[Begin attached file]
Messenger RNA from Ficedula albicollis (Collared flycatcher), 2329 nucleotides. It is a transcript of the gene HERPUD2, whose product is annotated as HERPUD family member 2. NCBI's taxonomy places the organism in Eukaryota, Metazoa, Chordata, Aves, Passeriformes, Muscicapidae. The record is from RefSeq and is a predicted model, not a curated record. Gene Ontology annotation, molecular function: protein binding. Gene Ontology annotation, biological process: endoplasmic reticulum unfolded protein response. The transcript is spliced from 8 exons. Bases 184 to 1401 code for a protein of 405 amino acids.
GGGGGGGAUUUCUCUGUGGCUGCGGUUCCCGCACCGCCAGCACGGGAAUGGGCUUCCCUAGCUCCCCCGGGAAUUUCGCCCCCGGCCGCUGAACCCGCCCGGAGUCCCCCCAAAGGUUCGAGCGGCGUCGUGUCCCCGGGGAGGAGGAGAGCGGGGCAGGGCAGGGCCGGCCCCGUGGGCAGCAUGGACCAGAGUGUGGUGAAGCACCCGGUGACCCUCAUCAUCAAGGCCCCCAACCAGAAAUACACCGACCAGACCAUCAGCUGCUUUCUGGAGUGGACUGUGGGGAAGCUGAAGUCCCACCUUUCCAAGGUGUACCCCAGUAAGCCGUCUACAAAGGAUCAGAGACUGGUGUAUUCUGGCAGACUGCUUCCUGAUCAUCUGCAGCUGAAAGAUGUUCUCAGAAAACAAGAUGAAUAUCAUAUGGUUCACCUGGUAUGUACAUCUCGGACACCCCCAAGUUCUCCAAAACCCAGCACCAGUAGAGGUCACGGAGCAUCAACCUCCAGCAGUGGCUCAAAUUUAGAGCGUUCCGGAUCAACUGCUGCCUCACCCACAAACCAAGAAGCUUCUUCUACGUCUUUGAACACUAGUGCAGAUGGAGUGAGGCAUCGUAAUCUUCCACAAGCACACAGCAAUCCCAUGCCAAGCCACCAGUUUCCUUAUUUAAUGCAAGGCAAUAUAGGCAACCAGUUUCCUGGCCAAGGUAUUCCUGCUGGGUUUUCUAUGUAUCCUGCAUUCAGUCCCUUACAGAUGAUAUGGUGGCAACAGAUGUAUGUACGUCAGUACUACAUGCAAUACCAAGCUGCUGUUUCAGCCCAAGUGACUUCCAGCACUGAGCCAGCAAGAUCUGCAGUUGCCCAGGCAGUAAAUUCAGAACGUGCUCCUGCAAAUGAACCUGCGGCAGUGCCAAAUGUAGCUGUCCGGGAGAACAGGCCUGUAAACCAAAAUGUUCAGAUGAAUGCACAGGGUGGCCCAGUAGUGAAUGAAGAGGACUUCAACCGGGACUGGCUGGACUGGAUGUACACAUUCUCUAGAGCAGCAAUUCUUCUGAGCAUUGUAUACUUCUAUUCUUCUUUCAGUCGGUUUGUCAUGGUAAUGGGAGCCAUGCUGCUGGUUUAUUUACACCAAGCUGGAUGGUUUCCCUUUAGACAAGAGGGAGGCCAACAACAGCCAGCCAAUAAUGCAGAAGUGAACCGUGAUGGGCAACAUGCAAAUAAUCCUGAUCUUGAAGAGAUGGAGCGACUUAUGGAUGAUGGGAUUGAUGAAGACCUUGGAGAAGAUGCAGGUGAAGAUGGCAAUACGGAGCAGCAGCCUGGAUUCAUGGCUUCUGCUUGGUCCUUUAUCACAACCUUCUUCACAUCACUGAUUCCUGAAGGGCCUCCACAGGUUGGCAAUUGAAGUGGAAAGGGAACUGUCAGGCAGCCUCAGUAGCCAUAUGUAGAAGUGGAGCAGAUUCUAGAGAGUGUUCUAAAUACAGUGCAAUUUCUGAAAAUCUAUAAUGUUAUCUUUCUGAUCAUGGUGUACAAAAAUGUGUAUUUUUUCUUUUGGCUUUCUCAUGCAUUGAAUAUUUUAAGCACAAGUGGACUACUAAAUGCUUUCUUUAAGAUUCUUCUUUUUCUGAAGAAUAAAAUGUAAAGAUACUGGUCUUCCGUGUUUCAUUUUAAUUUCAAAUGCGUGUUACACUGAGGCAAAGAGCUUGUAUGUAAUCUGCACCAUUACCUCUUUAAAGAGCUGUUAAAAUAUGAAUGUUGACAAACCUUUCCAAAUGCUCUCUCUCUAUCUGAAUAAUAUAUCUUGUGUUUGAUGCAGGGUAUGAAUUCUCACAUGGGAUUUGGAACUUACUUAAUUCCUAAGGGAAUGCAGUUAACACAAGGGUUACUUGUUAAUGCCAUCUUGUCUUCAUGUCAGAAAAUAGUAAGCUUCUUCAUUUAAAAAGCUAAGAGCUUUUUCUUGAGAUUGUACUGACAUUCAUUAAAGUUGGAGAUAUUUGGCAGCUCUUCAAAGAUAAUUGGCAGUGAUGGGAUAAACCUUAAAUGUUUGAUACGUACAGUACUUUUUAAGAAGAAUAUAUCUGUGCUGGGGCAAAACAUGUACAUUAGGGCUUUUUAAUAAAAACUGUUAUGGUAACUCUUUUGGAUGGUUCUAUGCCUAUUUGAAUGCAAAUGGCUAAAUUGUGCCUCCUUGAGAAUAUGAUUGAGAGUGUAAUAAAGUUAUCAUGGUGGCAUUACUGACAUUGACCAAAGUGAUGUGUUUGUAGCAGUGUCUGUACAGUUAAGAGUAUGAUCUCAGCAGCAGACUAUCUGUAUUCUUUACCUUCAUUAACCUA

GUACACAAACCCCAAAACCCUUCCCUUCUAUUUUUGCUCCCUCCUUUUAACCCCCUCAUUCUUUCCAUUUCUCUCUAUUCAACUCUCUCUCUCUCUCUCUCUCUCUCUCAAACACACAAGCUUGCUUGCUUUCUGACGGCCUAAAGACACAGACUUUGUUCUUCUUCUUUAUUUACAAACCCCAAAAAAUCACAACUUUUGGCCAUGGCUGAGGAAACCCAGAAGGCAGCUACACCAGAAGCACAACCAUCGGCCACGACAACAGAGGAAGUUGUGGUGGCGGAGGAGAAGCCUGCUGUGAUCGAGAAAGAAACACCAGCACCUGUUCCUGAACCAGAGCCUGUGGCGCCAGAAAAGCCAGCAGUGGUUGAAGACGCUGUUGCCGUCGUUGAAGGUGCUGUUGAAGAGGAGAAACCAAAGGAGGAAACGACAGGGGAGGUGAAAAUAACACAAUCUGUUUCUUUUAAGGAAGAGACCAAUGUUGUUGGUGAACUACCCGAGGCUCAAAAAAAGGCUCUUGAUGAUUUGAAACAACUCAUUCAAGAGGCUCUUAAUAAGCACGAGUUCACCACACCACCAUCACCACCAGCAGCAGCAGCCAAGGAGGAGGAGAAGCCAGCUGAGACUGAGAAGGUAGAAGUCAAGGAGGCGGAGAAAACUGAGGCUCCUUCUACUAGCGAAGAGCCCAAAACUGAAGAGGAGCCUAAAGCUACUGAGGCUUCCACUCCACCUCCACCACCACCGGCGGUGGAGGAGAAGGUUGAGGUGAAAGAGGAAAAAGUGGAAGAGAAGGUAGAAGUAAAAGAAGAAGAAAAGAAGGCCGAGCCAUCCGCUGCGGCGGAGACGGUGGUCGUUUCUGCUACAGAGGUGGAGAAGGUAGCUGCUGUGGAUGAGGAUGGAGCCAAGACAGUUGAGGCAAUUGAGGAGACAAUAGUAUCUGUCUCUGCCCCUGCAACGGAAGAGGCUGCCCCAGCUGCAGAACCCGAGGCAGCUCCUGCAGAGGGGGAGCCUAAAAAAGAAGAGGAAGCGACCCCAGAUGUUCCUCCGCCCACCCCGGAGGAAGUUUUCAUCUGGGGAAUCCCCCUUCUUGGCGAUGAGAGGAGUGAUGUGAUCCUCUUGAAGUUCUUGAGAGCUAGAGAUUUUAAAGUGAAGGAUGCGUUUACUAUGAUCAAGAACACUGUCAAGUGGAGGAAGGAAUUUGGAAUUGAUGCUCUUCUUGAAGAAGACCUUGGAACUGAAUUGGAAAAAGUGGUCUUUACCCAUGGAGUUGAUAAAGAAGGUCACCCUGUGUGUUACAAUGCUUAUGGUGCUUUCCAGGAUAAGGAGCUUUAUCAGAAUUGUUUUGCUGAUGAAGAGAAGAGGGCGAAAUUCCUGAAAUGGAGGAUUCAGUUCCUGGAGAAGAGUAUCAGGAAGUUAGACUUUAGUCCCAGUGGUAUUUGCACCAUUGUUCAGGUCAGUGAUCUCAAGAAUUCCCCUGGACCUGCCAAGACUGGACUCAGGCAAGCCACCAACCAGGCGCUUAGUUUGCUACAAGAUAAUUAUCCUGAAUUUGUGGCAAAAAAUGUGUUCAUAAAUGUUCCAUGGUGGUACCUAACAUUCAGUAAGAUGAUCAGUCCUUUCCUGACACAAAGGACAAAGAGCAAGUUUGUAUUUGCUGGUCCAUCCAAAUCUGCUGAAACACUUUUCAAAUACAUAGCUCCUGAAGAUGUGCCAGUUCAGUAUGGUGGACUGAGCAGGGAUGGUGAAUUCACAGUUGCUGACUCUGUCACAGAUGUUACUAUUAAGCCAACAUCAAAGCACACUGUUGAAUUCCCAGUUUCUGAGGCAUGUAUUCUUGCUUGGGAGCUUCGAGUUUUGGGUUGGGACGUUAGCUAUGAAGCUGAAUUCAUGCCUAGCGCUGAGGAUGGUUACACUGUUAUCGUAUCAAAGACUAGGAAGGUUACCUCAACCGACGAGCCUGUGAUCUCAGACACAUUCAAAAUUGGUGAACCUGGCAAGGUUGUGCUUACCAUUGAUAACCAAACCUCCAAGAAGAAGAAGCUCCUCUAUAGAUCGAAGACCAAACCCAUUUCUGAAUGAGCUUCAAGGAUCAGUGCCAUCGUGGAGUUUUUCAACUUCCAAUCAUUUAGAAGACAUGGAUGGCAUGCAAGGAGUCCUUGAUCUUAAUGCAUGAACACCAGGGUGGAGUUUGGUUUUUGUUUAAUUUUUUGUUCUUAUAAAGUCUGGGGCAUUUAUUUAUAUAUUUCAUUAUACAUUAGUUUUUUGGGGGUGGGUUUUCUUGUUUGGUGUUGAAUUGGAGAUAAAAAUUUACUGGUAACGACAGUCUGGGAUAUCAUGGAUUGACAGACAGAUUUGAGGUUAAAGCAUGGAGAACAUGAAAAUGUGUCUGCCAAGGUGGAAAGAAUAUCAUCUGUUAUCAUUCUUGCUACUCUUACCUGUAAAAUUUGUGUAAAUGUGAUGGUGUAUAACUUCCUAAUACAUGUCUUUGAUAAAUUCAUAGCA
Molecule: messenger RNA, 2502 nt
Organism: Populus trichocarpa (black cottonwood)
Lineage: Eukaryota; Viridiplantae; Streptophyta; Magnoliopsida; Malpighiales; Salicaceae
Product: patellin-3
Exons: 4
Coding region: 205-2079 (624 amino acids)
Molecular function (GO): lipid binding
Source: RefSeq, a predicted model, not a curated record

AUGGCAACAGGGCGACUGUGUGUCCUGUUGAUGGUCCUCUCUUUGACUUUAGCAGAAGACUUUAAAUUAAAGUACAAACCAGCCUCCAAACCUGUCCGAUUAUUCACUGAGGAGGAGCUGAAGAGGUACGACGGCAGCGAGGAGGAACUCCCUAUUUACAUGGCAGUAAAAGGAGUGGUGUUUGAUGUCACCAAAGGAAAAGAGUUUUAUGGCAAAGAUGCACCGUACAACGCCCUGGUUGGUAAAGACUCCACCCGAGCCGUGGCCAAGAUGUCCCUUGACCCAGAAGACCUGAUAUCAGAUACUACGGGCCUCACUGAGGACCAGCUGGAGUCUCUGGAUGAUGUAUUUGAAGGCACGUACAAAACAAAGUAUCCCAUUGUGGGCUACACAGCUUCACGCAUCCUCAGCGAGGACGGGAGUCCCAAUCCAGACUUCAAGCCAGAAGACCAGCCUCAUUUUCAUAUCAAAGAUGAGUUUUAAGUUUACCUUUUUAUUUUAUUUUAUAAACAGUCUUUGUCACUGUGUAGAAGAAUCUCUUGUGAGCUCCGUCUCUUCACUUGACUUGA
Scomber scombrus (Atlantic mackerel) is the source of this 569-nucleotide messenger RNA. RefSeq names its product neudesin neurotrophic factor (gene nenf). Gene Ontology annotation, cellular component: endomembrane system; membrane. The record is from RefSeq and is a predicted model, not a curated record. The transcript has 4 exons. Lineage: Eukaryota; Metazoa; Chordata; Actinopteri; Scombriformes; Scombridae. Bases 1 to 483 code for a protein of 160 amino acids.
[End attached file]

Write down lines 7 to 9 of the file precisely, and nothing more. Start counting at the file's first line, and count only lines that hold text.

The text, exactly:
Product: patellin-3
Exons: 4
Coding region: 205-2079 (624 amino acids)